Technological Amplification in International Development

Friday, February 12, 2016: 3:00 PM-4:30 PM
Wilson A (Marriott Wardman Park)
Kentaro Toyama, University of Michigan, Ann Arbor, MI
Can mobile phones be used to improve rural education in the developing world? How do you design user interfaces for an illiterate migrant worker in India? What value is digital technology to a farmer earning $1 a day Ethiopia? These kinds of questions are increasingly being asked by a growing global community of technologists, academics, non-profit workers, and policy makers. They range from village-level efforts to boost income with smartphones to large-scale projects like Facebook's, that hopes to bring connectivity to the billions of people not currently online.

But while there are many examples of impactful small-scale projects, and many large projects where the outcomes are unclear or mixed, what is extremely rare are technology projects that have meaningful socio-economic impact on a large scale. Sometime in the last year, the number of mobile phone accounts exceeded the population of the planet, yet whether these digital devices are helping or hurting the fight against global poverty and inequality remains an open question. Even in the United States, arguably the world's most technologically advanced country, four decades of digital innovation have done little to decrease poverty or curtail skyrocketing inequality.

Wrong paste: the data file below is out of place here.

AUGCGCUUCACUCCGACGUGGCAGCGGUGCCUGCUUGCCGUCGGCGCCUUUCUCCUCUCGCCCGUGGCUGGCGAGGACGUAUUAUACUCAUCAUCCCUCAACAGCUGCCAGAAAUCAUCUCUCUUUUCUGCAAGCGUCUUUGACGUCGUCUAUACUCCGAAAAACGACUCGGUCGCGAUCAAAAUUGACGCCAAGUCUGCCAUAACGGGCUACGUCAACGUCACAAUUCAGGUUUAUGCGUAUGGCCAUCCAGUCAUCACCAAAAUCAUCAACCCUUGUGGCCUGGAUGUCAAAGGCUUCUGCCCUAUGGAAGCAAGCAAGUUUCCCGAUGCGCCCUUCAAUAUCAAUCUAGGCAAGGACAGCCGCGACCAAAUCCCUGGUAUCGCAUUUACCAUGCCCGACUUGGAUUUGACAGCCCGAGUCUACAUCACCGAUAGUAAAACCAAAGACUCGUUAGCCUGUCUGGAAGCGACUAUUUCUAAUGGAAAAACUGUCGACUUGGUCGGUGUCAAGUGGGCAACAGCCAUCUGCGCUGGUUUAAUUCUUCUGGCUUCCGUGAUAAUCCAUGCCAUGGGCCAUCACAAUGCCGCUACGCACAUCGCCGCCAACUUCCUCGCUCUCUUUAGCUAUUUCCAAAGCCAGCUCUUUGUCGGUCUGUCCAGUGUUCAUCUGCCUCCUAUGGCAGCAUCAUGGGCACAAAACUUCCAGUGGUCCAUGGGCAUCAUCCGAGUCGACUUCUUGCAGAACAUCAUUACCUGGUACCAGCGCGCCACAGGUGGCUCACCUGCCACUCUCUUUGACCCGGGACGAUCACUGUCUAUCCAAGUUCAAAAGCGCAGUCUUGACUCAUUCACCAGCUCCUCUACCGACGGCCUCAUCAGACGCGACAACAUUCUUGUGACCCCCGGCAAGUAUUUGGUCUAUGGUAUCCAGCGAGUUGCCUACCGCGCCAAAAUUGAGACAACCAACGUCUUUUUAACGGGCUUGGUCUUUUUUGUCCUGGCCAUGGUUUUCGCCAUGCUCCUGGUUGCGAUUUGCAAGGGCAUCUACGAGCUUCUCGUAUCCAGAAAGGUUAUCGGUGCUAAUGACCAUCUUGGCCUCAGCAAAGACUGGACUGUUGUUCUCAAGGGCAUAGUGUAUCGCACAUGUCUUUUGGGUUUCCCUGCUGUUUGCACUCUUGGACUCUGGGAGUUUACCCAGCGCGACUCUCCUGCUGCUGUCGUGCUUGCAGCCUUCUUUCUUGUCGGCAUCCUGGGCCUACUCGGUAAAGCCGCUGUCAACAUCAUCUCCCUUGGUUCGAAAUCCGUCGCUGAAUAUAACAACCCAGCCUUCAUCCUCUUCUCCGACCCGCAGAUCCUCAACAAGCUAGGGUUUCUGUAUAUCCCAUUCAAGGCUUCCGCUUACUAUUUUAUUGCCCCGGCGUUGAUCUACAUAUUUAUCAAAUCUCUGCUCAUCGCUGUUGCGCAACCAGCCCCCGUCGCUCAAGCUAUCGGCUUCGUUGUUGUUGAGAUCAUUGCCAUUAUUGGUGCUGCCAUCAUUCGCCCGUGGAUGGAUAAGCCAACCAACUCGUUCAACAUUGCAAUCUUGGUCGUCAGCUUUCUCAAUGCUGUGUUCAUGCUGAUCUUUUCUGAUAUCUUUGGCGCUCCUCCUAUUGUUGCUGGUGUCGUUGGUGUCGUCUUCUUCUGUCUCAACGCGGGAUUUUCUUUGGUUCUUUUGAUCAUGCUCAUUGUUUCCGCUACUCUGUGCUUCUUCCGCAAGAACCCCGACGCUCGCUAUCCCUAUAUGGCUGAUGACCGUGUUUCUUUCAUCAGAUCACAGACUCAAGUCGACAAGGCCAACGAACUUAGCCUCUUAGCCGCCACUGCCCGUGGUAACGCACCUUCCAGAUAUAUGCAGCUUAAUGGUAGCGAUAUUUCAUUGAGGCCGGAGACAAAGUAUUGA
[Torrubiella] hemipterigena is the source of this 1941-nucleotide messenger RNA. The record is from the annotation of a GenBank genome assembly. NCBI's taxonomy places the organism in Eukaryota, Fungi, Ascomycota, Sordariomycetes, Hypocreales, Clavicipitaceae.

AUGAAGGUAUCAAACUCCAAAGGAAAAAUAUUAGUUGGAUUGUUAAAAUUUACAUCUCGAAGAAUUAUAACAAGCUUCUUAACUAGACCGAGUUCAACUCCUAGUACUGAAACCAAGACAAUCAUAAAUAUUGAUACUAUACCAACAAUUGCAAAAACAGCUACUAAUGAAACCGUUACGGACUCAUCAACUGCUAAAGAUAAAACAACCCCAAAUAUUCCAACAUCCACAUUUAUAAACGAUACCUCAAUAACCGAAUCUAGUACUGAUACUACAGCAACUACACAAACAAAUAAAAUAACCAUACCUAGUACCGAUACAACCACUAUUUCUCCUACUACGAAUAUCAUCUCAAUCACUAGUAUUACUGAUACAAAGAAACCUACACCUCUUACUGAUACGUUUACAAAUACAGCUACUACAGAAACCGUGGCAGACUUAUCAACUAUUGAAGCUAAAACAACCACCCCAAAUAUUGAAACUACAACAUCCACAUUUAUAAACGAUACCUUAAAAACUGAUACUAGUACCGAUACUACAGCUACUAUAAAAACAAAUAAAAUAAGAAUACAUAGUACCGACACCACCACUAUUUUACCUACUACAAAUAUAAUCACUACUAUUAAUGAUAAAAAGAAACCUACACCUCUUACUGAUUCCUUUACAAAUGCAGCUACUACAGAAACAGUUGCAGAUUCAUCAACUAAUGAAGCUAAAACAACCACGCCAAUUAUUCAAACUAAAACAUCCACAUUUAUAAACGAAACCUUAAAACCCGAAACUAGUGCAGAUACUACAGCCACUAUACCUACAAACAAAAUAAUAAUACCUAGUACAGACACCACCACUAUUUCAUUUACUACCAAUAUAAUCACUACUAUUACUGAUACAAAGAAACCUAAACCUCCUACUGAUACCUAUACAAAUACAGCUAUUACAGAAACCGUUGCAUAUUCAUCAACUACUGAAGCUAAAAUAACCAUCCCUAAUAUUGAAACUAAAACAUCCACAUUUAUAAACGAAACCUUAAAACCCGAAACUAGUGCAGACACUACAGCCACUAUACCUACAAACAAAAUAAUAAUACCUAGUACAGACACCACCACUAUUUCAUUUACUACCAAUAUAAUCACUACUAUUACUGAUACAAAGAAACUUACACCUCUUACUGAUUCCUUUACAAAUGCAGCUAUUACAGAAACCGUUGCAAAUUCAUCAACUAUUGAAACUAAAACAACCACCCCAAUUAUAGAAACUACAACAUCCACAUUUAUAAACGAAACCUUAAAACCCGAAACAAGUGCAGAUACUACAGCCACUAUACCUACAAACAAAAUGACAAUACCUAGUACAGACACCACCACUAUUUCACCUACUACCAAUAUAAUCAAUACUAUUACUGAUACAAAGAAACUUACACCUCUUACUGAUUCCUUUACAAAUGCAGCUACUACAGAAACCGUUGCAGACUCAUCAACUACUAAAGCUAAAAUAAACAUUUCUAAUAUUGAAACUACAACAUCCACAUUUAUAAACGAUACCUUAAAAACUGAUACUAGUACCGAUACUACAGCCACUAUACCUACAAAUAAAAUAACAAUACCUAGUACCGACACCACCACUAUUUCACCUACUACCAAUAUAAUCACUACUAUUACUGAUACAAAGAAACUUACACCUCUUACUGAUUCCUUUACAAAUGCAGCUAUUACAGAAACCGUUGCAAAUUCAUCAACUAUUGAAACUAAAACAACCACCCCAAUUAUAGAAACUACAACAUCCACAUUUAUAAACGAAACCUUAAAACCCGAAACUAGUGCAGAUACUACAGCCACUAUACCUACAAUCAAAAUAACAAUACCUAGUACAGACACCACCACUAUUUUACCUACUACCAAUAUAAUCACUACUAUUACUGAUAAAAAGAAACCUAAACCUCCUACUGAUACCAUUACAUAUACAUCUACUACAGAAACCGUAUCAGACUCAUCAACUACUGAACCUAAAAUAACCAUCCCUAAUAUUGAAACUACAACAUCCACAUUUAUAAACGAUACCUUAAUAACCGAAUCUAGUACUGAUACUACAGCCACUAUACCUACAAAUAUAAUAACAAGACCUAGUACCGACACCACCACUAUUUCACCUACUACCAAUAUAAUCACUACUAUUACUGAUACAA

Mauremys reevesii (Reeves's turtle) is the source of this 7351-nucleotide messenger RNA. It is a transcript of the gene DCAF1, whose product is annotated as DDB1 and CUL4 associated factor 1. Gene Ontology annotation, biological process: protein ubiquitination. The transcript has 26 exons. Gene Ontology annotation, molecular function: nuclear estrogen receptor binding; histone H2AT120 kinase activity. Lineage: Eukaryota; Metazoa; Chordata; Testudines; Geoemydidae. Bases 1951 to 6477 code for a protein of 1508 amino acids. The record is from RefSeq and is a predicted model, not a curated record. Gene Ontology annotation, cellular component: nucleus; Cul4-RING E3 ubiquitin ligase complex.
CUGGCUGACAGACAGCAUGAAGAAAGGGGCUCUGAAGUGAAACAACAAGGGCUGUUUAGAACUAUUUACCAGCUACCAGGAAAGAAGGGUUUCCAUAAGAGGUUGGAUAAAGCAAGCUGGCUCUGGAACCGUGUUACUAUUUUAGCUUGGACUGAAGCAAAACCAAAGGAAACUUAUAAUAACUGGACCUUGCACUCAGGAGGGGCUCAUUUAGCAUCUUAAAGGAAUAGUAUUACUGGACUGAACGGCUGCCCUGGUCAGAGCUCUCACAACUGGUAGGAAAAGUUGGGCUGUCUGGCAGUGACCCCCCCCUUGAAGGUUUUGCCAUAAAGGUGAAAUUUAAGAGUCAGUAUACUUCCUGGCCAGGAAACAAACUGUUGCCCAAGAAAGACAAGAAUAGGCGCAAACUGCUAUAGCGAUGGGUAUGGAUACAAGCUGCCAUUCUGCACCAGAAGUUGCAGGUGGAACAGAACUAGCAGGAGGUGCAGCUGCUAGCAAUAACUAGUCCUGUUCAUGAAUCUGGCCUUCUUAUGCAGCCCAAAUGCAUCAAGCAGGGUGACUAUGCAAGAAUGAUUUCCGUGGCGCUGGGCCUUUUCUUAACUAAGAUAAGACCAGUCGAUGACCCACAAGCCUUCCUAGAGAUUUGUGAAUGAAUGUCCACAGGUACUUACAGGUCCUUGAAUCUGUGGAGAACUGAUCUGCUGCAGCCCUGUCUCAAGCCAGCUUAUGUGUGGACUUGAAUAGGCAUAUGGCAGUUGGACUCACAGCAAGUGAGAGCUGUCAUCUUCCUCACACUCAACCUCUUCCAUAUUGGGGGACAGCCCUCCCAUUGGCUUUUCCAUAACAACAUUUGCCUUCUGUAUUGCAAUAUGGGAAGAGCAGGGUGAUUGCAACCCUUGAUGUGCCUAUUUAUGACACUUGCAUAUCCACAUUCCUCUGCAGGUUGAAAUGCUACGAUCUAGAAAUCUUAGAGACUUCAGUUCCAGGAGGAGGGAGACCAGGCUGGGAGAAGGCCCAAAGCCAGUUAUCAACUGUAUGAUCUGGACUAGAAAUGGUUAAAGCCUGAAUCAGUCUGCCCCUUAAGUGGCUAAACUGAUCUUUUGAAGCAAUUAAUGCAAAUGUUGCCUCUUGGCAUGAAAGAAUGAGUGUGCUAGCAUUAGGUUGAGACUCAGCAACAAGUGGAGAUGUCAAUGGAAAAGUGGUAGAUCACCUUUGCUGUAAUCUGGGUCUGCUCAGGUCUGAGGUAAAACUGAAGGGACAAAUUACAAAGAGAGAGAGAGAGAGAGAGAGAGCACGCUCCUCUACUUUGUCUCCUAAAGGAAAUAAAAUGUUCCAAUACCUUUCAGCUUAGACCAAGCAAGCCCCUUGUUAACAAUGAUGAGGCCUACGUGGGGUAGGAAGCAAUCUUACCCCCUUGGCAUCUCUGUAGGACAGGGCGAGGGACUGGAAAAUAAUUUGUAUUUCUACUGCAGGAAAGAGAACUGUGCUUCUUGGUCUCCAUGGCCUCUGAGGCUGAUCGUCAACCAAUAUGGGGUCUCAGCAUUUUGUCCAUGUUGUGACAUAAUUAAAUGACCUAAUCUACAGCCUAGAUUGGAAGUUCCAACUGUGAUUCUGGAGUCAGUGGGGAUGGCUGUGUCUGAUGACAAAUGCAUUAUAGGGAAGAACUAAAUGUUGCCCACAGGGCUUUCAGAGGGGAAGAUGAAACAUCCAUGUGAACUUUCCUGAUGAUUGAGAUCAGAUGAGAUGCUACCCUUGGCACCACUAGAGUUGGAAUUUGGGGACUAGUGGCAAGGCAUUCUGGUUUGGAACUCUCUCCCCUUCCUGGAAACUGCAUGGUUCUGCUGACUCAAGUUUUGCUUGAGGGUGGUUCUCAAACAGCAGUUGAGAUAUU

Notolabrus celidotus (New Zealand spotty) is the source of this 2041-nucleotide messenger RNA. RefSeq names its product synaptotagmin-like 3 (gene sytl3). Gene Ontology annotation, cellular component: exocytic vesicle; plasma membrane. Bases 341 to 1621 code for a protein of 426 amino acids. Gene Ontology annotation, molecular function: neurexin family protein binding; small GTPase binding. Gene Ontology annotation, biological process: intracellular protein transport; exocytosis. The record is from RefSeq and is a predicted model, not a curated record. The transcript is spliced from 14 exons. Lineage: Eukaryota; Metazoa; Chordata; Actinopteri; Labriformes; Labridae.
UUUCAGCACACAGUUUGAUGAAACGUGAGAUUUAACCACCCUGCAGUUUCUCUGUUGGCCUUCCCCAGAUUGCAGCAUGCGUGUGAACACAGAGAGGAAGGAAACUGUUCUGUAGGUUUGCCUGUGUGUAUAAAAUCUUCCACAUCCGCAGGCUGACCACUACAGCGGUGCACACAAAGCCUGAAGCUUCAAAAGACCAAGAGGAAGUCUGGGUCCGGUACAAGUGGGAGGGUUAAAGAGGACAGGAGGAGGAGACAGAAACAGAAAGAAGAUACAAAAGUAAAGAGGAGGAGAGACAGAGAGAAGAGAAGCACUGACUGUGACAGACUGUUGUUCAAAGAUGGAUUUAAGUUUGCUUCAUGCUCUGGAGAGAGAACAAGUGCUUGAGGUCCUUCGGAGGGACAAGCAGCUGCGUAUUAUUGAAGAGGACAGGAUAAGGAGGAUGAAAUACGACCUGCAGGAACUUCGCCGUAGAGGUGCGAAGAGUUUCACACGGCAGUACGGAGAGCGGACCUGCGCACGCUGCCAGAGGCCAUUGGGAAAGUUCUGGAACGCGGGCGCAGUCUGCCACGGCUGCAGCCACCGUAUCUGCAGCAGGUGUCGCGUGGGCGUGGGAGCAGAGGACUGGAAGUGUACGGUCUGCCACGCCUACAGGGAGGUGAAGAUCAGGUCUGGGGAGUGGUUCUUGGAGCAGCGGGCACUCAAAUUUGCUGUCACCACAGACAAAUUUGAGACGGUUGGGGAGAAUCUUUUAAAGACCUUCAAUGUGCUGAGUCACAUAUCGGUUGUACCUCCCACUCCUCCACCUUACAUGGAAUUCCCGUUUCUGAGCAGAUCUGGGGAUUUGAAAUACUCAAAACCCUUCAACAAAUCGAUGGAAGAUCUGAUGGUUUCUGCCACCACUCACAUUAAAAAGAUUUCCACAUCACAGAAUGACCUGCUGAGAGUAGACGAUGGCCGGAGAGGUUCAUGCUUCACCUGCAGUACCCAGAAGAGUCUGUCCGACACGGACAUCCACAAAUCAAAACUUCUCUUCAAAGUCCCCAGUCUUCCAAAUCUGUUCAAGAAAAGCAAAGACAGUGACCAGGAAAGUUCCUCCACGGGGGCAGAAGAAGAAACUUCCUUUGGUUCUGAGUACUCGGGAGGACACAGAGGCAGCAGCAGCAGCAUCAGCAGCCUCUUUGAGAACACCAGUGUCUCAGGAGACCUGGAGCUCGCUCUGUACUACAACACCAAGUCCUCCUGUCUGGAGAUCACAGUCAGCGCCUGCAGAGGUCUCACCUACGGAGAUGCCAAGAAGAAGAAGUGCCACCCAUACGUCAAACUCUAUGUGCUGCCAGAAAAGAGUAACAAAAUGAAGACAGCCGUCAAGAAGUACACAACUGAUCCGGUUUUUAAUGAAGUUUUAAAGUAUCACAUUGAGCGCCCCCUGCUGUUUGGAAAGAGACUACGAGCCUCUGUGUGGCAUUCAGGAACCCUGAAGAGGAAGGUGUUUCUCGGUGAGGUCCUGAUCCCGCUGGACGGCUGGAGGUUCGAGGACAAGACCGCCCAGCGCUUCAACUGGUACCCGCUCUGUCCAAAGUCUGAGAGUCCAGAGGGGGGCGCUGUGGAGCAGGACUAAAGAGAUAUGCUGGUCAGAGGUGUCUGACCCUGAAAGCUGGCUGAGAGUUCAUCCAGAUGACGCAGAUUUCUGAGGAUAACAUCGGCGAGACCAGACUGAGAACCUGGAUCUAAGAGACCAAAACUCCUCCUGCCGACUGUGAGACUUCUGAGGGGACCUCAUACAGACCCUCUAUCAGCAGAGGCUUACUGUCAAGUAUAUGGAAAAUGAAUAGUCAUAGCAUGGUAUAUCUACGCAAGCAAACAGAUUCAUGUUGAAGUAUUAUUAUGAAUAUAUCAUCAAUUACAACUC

This presentation discusses several technology-for-development projects and proposes a technological "Law of Amplification" that explains their impact. Whether it’s laptops in rural Indian education or mobile phone services for Ugandan healthcare, the idea that technology amplifies underlying human intent and capacity is remarkably consistent in predicting outcomes. It’s also a powerful guide for good application of technology: It counsels caution, even avoidance, where social institutions are in disarray; and it recommends working with strong organizations for maximum impact.